The morning of the second day of the Barcelona Superbike Test saw a drastic drop in the lap times compared to Day 1. The reasons for these excellent performances are to be found in the asphalt temperature, lower than on Tuesday, and in the use of qualifying tyres. The best of the morning, so far, was Jonathan Rea who was also the first to go under the 1m41s barrier stopping the clocks, at the time of writing this article, in 1m40.450s. Times are set to go down again both in Kawasaki and in one side of the Ducati garage with the Panigale V4R of the Aruba team which, led by Scott Redding, was 156 thousandths away from the world champion. The expectations of the teams are to lap in 1m40.1s, we will see later in the day if that will be possible.
On a track "in common" between MotoGP and SBK it is always interesting to compare the timing references between the two categories and analyse the various best laps. Johnny Rea's 1m40.450s is 57 thousandths faster than Marc Marquez's best time in the race in 2019 while a few tenths are still missing to get near to the various top-class records. The best overall lap on this circuit belongs to Jorge Lorenzo who in 2018 set pole position with Ducati in 1m38.680s and, in the same weekend, also set the best lap during the race in 1m40.021s.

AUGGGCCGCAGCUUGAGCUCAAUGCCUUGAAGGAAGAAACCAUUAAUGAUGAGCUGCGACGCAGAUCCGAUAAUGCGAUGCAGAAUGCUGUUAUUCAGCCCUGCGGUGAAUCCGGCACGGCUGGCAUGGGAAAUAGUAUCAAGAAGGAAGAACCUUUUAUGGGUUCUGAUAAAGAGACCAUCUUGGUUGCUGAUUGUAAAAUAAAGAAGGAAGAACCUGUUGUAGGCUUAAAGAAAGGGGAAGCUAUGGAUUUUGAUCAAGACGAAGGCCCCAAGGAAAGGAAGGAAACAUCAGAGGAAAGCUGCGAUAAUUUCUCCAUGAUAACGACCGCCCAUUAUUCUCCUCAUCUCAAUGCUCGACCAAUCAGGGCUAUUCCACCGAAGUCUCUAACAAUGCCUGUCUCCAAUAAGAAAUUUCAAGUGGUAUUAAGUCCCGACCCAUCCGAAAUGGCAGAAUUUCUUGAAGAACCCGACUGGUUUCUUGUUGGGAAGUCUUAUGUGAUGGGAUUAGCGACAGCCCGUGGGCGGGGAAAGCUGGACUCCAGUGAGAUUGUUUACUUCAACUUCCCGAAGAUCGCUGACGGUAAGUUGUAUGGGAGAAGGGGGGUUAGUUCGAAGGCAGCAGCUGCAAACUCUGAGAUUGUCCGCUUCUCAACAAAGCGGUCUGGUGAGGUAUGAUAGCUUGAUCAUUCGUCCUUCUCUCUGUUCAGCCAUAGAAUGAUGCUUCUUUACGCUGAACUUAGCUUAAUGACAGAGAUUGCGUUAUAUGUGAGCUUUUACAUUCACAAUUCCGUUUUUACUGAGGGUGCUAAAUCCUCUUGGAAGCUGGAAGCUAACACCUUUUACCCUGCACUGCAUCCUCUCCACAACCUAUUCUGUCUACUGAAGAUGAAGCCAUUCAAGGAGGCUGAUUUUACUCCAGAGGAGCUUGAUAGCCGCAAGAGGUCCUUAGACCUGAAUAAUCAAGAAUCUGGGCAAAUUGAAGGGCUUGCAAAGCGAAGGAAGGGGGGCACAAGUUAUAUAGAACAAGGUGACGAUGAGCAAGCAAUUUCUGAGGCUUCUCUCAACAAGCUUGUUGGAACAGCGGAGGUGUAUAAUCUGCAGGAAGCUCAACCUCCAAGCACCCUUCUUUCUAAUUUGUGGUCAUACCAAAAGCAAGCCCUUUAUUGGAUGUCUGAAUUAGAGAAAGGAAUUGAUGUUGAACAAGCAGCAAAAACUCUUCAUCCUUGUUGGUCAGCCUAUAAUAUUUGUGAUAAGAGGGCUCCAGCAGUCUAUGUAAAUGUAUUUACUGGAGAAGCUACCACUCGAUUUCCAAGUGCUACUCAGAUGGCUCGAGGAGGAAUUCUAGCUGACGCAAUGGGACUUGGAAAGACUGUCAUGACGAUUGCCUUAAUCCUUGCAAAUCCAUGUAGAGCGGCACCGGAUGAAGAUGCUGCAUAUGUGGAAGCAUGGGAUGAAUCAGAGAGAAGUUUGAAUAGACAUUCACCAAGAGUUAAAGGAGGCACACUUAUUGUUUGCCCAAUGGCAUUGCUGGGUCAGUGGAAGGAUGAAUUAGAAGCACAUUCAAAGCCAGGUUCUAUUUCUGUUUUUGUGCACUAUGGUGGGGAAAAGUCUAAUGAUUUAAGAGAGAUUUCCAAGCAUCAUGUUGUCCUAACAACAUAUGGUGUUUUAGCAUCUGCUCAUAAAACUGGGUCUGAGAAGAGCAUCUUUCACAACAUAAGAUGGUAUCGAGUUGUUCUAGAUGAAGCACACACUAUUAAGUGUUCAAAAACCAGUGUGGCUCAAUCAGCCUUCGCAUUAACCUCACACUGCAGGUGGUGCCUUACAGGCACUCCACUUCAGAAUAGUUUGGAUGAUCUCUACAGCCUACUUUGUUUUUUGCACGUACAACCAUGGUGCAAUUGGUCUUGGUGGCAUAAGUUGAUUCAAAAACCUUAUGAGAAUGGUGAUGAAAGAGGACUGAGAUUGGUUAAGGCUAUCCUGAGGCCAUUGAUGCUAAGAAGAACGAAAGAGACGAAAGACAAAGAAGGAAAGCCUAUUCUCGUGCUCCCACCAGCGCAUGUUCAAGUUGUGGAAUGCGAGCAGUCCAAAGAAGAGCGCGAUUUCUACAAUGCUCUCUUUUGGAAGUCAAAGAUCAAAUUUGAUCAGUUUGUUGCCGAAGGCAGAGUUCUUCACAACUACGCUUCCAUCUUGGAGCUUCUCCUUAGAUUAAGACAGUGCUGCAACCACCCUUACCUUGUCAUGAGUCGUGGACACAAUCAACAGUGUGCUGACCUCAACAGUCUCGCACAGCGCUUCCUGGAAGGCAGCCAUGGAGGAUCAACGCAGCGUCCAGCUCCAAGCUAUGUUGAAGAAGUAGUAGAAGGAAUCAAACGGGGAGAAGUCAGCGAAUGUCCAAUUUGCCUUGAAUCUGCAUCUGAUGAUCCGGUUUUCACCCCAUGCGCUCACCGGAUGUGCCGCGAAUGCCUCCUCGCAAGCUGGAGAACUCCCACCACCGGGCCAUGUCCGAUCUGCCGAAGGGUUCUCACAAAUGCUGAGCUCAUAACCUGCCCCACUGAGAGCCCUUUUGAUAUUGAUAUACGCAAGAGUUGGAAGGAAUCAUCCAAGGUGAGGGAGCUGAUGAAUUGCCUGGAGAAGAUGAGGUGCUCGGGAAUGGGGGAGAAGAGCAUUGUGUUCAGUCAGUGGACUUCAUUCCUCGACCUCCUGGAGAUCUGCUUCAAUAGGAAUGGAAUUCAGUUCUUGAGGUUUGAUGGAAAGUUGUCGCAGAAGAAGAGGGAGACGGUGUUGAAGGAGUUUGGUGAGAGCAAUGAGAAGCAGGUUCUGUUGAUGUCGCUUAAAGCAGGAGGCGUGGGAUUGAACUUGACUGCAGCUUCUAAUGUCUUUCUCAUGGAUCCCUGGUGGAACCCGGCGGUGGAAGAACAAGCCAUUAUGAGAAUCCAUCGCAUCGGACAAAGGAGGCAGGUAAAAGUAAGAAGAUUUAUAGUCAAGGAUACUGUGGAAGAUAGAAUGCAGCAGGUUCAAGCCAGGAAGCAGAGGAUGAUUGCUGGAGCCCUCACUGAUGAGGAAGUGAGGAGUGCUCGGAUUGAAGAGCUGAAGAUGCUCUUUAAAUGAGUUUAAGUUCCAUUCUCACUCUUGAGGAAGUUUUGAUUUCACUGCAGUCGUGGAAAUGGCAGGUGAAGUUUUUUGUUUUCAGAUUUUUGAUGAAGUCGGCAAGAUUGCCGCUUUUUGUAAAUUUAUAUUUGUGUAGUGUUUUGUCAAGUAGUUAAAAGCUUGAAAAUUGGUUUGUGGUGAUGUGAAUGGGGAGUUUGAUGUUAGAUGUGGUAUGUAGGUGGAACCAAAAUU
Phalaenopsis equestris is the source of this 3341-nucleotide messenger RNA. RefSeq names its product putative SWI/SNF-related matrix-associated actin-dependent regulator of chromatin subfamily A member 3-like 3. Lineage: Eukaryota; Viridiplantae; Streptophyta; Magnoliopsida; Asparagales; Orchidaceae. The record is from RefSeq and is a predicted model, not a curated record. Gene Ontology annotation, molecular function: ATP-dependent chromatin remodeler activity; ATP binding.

What sort of glory is this? Can a production-based SBK, costing a few hundred thousand euros, truly rival one fast lap by a million-euro prototype bike? Over one lap for sure, but the credit for this must go more than anything else to Pirelli. Tyres can make a huge difference over one lap and SBK have qualifying tyres, which MotoGP bikes don't have.
Just yesterday, Alvaro Bautista said that the Honda SBK seemed to him to be "lazy" on the straight. Logically, the reference was to MotoGP, the last bike he had ridden in Barcelona. No one ever in their right mind can think that a prototype is slower than a production bike and certain data must be interpreted.
Remember when Michelin made its 'test' tyres available to riders last year? These are tyres that last a couple of laps (like those of qualifying in SBK) used to collect data and normally not available to them. With that rubber, the benchmarks came down by a second and more.
As for race pace, the Superbikes inevitably come out worse off and not because of the demerit of technicians or riders, but because it is a comparison that is simply impossible due to the investments.
The tyres might all be round and black, but they are not all the same…